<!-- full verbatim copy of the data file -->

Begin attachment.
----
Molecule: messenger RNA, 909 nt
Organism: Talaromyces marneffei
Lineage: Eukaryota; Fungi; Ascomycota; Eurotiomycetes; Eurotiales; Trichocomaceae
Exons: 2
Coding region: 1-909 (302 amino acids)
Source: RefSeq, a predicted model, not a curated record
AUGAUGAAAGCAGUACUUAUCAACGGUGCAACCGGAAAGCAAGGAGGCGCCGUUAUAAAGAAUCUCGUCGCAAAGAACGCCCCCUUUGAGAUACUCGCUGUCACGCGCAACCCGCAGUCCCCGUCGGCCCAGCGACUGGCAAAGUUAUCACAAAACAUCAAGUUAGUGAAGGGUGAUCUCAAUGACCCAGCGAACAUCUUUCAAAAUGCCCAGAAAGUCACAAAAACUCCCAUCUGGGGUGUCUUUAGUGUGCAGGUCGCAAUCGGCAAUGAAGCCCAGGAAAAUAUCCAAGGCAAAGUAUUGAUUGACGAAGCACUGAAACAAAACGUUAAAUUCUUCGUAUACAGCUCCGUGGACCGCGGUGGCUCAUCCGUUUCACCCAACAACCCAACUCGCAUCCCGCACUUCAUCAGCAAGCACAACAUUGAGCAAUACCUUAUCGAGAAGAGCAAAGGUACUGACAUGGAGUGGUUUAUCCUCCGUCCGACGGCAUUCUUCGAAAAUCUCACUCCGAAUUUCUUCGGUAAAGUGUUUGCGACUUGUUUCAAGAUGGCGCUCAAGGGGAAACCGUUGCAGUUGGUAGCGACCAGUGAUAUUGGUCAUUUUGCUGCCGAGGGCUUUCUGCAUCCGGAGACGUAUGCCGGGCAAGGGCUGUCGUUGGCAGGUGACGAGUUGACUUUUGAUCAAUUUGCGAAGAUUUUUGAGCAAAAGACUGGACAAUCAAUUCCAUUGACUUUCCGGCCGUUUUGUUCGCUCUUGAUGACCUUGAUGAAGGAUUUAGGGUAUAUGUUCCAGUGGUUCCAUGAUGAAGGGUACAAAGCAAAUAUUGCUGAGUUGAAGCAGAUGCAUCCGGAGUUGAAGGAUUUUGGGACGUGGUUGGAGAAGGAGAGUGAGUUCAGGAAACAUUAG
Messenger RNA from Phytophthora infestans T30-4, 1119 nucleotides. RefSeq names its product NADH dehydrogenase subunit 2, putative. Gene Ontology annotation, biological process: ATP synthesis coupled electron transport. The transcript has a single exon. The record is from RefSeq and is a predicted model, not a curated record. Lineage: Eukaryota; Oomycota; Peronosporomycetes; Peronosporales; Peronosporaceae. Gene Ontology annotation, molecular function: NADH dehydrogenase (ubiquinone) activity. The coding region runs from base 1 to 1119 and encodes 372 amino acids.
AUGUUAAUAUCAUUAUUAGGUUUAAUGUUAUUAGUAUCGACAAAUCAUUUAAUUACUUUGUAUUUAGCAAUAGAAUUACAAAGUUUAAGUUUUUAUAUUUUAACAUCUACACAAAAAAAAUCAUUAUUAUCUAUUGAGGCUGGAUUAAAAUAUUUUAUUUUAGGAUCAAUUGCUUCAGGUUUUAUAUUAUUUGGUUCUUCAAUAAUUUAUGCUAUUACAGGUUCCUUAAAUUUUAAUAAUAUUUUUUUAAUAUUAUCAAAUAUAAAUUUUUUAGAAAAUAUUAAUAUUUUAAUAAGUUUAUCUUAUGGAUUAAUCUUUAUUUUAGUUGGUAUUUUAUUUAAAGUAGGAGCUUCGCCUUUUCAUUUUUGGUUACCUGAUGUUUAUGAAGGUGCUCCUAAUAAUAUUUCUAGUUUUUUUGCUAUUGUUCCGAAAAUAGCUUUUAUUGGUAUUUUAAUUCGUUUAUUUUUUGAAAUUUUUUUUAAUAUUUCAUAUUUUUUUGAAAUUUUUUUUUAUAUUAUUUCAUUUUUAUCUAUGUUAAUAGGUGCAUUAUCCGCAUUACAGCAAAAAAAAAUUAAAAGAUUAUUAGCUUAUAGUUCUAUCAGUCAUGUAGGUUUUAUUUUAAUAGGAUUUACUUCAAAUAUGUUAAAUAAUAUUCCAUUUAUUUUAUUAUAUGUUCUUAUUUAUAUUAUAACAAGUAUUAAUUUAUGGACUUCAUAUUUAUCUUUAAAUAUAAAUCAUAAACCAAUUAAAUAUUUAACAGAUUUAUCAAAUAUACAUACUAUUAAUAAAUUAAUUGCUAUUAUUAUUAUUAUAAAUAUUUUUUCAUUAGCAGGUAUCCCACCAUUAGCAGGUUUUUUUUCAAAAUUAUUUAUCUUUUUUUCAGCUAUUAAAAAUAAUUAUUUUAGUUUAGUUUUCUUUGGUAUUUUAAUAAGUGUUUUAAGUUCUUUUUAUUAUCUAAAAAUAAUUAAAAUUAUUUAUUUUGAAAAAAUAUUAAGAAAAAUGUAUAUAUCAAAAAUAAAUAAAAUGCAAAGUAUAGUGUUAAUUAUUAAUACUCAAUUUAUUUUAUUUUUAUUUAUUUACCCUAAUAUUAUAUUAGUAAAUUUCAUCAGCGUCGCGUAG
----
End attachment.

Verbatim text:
Molecule: messenger RNA, 909 nt
Organism: Talaromyces marneffei
Lineage: Eukaryota; Fungi; Ascomycota; Eurotiomycetes; Eurotiales; Trichocomaceae
Exons: 2
Coding region: 1-909 (302 amino acids)
Source: RefSeq, a predicted model, not a curated record
AUGAUGAAAGCAGUACUUAUCAACGGUGCAACCGGAAAGCAAGGAGGCGCCGUUAUAAAGAAUCUCGUCGCAAAGAACGCCCCCUUUGAGAUACUCGCUGUCACGCGCAACCCGCAGUCCCCGUCGGCCCAGCGACUGGCAAAGUUAUCACAAAACAUCAAGUUAGUGAAGGGUGAUCUCAAUGACCCAGCGAACAUCUUUCAAAAUGCCCAGAAAGUCACAAAAACUCCCAUCUGGGGUGUCUUUAGUGUGCAGGUCGCAAUCGGCAAUGAAGCCCAGGAAAAUAUCCAAGGCAAAGUAUUGAUUGACGAAGCACUGAAACAAAACGUUAAAUUCUUCGUAUACAGCUCCGUGGACCGCGGUGGCUCAUCCGUUUCACCCAACAACCCAACUCGCAUCCCGCACUUCAUCAGCAAGCACAACAUUGAGCAAUACCUUAUCGAGAAGAGCAAAGGUACUGACAUGGAGUGGUUUAUCCUCCGUCCGACGGCAUUCUUCGAAAAUCUCACUCCGAAUUUCUUCGGUAAAGUGUUUGCGACUUGUUUCAAGAUGGCGCUCAAGGGGAAACCGUUGCAGUUGGUAGCGACCAGUGAUAUUGGUCAUUUUGCUGCCGAGGGCUUUCUGCAUCCGGAGACGUAUGCCGGGCAAGGGCUGUCGUUGGCAGGUGACGAGUUGACUUUUGAUCAAUUUGCGAAGAUUUUUGAGCAAAAGACUGGACAAUCAAUUCCAUUGACUUUCCGGCCGUUUUGUUCGCUCUUGAUGACCUUGAUGAAGGAUUUAGGGUAUAUGUUCCAGUGGUUCCAUGAUGAAGGGUACAAAGCAAAUAUUGCUGAGUUGAAGCAGAUGCAUCCGGAGUUGAAGGAUUUUGGGACGUGGUUGGAGAAGGAGAGUGAGUUCAGGAAACAUUAG
Messenger RNA from Phytophthora infestans T30-4, 1119 nucleotides. RefSeq names its product NADH dehydrogenase subunit 2, putative. Gene Ontology annotation, biological process: ATP synthesis coupled electron transport. The transcript has a single exon. The record is from RefSeq and is a predicted model, not a curated record. Lineage: Eukaryota; Oomycota; Peronosporomycetes; Peronosporales; Peronosporaceae. Gene Ontology annotation, molecular function: NADH dehydrogenase (ubiquinone) activity. The coding region runs from base 1 to 1119 and encodes 372 amino acids.
AUGUUAAUAUCAUUAUUAGGUUUAAUGUUAUUAGUAUCGACAAAUCAUUUAAUUACUUUGUAUUUAGCAAUAGAAUUACAAAGUUUAAGUUUUUAUAUUUUAACAUCUACACAAAAAAAAUCAUUAUUAUCUAUUGAGGCUGGAUUAAAAUAUUUUAUUUUAGGAUCAAUUGCUUCAGGUUUUAUAUUAUUUGGUUCUUCAAUAAUUUAUGCUAUUACAGGUUCCUUAAAUUUUAAUAAUAUUUUUUUAAUAUUAUCAAAUAUAAAUUUUUUAGAAAAUAUUAAUAUUUUAAUAAGUUUAUCUUAUGGAUUAAUCUUUAUUUUAGUUGGUAUUUUAUUUAAAGUAGGAGCUUCGCCUUUUCAUUUUUGGUUACCUGAUGUUUAUGAAGGUGCUCCUAAUAAUAUUUCUAGUUUUUUUGCUAUUGUUCCGAAAAUAGCUUUUAUUGGUAUUUUAAUUCGUUUAUUUUUUGAAAUUUUUUUUAAUAUUUCAUAUUUUUUUGAAAUUUUUUUUUAUAUUAUUUCAUUUUUAUCUAUGUUAAUAGGUGCAUUAUCCGCAUUACAGCAAAAAAAAAUUAAAAGAUUAUUAGCUUAUAGUUCUAUCAGUCAUGUAGGUUUUAUUUUAAUAGGAUUUACUUCAAAUAUGUUAAAUAAUAUUCCAUUUAUUUUAUUAUAUGUUCUUAUUUAUAUUAUAACAAGUAUUAAUUUAUGGACUUCAUAUUUAUCUUUAAAUAUAAAUCAUAAACCAAUUAAAUAUUUAACAGAUUUAUCAAAUAUACAUACUAUUAAUAAAUUAAUUGCUAUUAUUAUUAUUAUAAAUAUUUUUUCAUUAGCAGGUAUCCCACCAUUAGCAGGUUUUUUUUCAAAAUUAUUUAUCUUUUUUUCAGCUAUUAAAAAUAAUUAUUUUAGUUUAGUUUUCUUUGGUAUUUUAAUAAGUGUUUUAAGUUCUUUUUAUUAUCUAAAAAUAAUUAAAAUUAUUUAUUUUGAAAAAAUAUUAAGAAAAAUGUAUAUAUCAAAAAUAAAUAAAAUGCAAAGUAUAGUGUUAAUUAUUAAUACUCAAUUUAUUUUAUUUUUAUUUAUUUACCCUAAUAUUAUAUUAGUAAAUUUCAUCAGCGUCGCGUAG